PARENTS are asked to know this Signs of trouble breathing in babiese, while nasty child viruses are popping up across the country.
New figures from the UK’s Health Security Agency show there has been a surge in influenza and respiratory syncytial virus (RSV) cases in children under five this winter.
Babies and young children are particularly at risk for these infections, which can lead to serious problems such as bronchitis, pneumonia and even death.
In a disturbing clip shared by parent organization Tiny Hearts Education, a baby with RSV has got worse and worse as he struggled to breathe despite doctors’ intervention.
It highlights several symptoms of the virus that parents should be aware of.
RSV is a leading cause of infant mortality and is particularly dangerous for premature babies, yet many parents are unaware that their child may be at risk.
The video, which begins on a Tuesday morning, shows the baby “struggling to breathe and struggle with feeding,” according to the mother.
On Tuesday afternoon, the mother took the little girl to the hospital because her breathing was getting worse.
There, doctors diagnosed the little one with RSV and a secondary condition, bronchitis.
At 4 p.m., the mother said her baby was “difficult to breathe” and was now being fed breast milk via a tube.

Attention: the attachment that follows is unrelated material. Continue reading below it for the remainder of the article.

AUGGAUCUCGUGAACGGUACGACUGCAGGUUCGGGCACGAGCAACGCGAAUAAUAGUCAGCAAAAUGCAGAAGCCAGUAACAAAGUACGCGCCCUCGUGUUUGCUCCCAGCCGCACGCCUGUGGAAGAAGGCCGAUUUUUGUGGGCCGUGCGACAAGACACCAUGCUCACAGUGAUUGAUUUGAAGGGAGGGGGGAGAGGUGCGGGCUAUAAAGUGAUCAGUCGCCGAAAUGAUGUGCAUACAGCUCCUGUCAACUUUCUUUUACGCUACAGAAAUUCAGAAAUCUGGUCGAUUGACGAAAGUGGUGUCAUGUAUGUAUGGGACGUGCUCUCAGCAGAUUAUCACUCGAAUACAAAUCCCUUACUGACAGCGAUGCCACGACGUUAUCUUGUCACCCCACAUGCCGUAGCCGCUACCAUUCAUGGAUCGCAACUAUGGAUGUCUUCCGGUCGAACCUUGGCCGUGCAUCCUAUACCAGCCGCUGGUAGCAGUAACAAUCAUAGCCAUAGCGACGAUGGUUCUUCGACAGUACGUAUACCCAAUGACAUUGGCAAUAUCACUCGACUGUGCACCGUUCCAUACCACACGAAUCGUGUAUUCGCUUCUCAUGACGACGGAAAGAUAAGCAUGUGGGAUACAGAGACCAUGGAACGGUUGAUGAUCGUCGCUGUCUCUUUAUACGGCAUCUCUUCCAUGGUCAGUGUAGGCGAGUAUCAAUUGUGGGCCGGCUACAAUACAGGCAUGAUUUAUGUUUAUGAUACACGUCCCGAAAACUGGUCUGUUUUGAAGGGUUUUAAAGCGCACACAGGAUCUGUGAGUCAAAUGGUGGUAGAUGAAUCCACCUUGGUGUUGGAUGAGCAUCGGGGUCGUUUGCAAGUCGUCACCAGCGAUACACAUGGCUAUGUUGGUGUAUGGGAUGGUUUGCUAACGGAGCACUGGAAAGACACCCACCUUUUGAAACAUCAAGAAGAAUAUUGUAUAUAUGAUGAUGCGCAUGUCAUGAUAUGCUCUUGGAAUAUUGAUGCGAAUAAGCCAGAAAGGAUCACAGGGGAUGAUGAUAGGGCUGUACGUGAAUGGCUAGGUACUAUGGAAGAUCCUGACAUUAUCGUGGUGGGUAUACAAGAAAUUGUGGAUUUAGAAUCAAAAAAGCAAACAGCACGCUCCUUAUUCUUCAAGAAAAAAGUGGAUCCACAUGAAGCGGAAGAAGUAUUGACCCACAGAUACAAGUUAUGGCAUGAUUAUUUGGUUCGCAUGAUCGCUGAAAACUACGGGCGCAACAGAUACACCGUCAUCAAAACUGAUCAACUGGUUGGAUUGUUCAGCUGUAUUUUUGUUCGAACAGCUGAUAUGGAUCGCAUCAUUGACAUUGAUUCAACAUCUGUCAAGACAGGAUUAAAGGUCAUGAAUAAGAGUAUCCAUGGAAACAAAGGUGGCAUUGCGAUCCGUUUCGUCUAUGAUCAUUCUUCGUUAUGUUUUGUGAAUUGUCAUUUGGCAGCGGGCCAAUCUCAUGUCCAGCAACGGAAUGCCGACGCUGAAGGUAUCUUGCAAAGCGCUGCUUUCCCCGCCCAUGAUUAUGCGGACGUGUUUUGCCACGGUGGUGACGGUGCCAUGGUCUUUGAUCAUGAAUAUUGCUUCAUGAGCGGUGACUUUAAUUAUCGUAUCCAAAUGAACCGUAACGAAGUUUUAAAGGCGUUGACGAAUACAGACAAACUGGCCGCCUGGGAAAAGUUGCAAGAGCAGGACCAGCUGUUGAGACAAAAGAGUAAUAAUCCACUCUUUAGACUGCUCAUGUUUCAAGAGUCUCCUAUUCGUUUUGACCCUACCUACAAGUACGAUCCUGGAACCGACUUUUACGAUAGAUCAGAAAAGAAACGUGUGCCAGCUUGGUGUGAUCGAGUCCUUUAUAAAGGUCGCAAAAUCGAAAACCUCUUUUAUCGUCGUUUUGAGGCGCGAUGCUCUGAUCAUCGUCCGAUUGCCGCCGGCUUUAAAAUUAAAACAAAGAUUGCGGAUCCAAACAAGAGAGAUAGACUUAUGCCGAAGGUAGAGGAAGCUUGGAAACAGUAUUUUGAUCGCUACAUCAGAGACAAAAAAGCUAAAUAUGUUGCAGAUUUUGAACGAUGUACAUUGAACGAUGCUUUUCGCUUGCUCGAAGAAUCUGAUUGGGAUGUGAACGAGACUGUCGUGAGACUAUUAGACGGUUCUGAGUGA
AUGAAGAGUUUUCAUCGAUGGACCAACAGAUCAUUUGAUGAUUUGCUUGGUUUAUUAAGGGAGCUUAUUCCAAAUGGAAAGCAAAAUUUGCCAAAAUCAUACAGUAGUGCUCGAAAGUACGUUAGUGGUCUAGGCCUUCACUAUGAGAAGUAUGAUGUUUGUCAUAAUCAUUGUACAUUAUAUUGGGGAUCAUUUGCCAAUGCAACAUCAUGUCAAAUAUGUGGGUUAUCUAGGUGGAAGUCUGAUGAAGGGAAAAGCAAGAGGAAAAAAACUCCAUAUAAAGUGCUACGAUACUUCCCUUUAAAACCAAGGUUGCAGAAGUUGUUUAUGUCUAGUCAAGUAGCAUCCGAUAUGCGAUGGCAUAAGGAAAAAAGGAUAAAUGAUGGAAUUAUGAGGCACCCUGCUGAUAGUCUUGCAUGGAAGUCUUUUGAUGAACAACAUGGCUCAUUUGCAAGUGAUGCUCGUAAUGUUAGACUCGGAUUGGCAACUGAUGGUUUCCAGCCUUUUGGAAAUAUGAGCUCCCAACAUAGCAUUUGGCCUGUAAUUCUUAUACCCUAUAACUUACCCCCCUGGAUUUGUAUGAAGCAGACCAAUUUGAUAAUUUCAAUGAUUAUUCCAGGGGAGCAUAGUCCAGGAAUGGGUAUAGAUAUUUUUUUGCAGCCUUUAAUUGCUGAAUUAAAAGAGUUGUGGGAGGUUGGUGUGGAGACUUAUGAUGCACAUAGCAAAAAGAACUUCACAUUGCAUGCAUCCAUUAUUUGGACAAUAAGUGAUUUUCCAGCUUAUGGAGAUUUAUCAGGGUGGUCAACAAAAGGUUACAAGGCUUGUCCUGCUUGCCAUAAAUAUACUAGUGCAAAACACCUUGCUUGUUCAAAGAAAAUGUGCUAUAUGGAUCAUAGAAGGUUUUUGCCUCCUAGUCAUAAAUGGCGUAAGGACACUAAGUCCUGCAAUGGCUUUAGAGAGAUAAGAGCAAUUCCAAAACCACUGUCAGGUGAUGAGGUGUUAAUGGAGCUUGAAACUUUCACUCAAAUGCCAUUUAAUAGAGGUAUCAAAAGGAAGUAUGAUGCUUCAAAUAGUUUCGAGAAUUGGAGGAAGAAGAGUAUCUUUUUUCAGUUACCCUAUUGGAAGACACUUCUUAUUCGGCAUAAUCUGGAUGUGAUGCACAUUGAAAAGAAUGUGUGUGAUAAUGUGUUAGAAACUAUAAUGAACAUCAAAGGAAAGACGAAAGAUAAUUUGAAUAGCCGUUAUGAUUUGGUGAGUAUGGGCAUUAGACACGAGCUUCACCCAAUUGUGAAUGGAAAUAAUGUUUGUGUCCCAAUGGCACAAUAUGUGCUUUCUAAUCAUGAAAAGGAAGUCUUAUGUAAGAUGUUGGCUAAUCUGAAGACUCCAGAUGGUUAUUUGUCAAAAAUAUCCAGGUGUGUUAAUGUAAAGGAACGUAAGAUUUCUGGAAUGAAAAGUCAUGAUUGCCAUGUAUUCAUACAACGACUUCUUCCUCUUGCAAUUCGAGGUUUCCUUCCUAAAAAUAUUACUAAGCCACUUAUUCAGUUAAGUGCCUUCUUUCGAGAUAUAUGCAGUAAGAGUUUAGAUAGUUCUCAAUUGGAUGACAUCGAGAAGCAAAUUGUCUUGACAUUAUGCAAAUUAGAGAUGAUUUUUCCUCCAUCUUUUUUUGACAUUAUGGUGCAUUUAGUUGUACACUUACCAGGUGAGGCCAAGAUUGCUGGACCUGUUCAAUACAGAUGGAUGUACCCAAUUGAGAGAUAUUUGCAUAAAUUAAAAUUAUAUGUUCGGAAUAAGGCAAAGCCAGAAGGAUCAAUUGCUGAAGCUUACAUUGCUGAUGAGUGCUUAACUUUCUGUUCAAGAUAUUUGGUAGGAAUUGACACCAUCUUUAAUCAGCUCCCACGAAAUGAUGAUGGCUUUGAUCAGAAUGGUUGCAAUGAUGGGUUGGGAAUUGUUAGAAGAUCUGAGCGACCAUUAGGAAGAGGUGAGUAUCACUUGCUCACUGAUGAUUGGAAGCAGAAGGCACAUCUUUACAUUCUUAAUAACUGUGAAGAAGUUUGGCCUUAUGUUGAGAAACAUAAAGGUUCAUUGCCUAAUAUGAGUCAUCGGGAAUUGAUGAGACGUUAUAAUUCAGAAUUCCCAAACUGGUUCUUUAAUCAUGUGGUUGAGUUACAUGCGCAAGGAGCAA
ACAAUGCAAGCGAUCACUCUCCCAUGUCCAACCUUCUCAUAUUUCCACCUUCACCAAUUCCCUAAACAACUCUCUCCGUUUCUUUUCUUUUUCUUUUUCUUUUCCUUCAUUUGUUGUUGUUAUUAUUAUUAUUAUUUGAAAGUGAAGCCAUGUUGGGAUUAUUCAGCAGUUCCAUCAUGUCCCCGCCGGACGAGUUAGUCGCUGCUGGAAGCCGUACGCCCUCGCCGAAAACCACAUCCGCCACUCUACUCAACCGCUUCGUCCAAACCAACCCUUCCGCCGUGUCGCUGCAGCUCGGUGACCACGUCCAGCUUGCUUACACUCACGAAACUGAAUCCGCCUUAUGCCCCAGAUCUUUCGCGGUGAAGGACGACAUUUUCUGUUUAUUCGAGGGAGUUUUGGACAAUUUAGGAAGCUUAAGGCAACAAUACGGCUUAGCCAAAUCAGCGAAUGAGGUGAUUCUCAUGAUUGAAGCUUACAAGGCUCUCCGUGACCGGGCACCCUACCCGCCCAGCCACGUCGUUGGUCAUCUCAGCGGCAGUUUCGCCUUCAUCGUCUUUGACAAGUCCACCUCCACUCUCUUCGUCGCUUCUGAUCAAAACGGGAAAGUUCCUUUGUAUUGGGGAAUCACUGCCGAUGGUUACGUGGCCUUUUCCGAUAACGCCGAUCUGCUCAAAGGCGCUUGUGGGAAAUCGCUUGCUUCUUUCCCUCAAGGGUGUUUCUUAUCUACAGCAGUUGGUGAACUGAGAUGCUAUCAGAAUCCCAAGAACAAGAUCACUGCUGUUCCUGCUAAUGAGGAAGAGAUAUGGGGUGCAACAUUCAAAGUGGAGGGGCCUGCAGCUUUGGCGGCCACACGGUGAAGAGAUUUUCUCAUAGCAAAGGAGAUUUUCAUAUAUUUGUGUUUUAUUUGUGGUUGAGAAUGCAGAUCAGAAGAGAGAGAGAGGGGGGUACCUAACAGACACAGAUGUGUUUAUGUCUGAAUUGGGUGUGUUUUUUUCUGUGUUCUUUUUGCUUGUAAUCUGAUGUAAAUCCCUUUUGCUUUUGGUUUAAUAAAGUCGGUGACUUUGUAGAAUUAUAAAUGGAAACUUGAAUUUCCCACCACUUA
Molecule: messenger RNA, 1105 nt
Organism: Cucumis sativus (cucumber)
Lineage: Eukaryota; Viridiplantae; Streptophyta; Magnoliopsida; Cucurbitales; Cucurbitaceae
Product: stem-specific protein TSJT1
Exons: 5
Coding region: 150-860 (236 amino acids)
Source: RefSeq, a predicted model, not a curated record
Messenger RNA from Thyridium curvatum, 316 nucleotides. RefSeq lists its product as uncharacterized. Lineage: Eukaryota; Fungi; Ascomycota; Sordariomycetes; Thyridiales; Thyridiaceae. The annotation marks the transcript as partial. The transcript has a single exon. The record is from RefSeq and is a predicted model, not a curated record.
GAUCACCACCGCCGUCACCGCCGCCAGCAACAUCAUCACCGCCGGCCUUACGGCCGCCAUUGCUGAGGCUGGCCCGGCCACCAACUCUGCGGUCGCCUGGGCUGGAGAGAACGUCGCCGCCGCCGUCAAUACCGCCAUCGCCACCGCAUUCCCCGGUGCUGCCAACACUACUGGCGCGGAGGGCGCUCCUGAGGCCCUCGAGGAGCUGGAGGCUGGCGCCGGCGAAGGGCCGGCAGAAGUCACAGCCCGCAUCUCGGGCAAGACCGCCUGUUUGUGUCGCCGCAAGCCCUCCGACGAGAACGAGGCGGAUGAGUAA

As 10 p.m. rolled in, the baby was “really going downhill,” the mother explained.
At this point you can see the baby suckling around their ribs – a common sign of RSV.
The baby, whose head can be seen bobbing up and down – another common symptom of the virus – was then given oxygen to help him breathe.
By Wednesday, the baby, who has shown no signs of recovery, will be taken to intensive care for further medical support.
Luckily the baby is seen to be better on Thursday morning and by the afternoon she is well enough to be transferred back to the pediatric ward and out of the intensive care unit.
What are the signs and symptoms of RSV?
Naomi Watt, respiratory care specialist at charity Asthma + Lung UK, says: “RSV is a common virus that usually affects babies and children under the age of two. Most of the time, the symptoms are very mild and can be treated at home.
“RSV starts with a stuffy or runny nose and can lead to a cough, fever, and sometimes difficulty breathing.
“The good news is that in most children it goes away in a few days without treatment.
“On rare occasions, some children develop more severe symptoms.
“RSV can sometimes lead to bronchiolitis, an infection of the smaller airways in the lungs.”
RSV warning signs include:
- Refusal to breastfeed or bottle-feed.
- Faster and louder breathing (wheezes).
- Appears very tired, upset, or inactive.
- Signs of dehydration – no tears when crying, little or no urine in the diaper for six hours, and cool, dry skin.
Naomi says, “We encourage any parent who is concerned that their child has RSV or bronchiolitis to speak to their doctor or call 111.”
www.the-sun.com/health/6972715/rsv-video-shocking/ Shocking video reveals how quickly babies with viruses can go downhill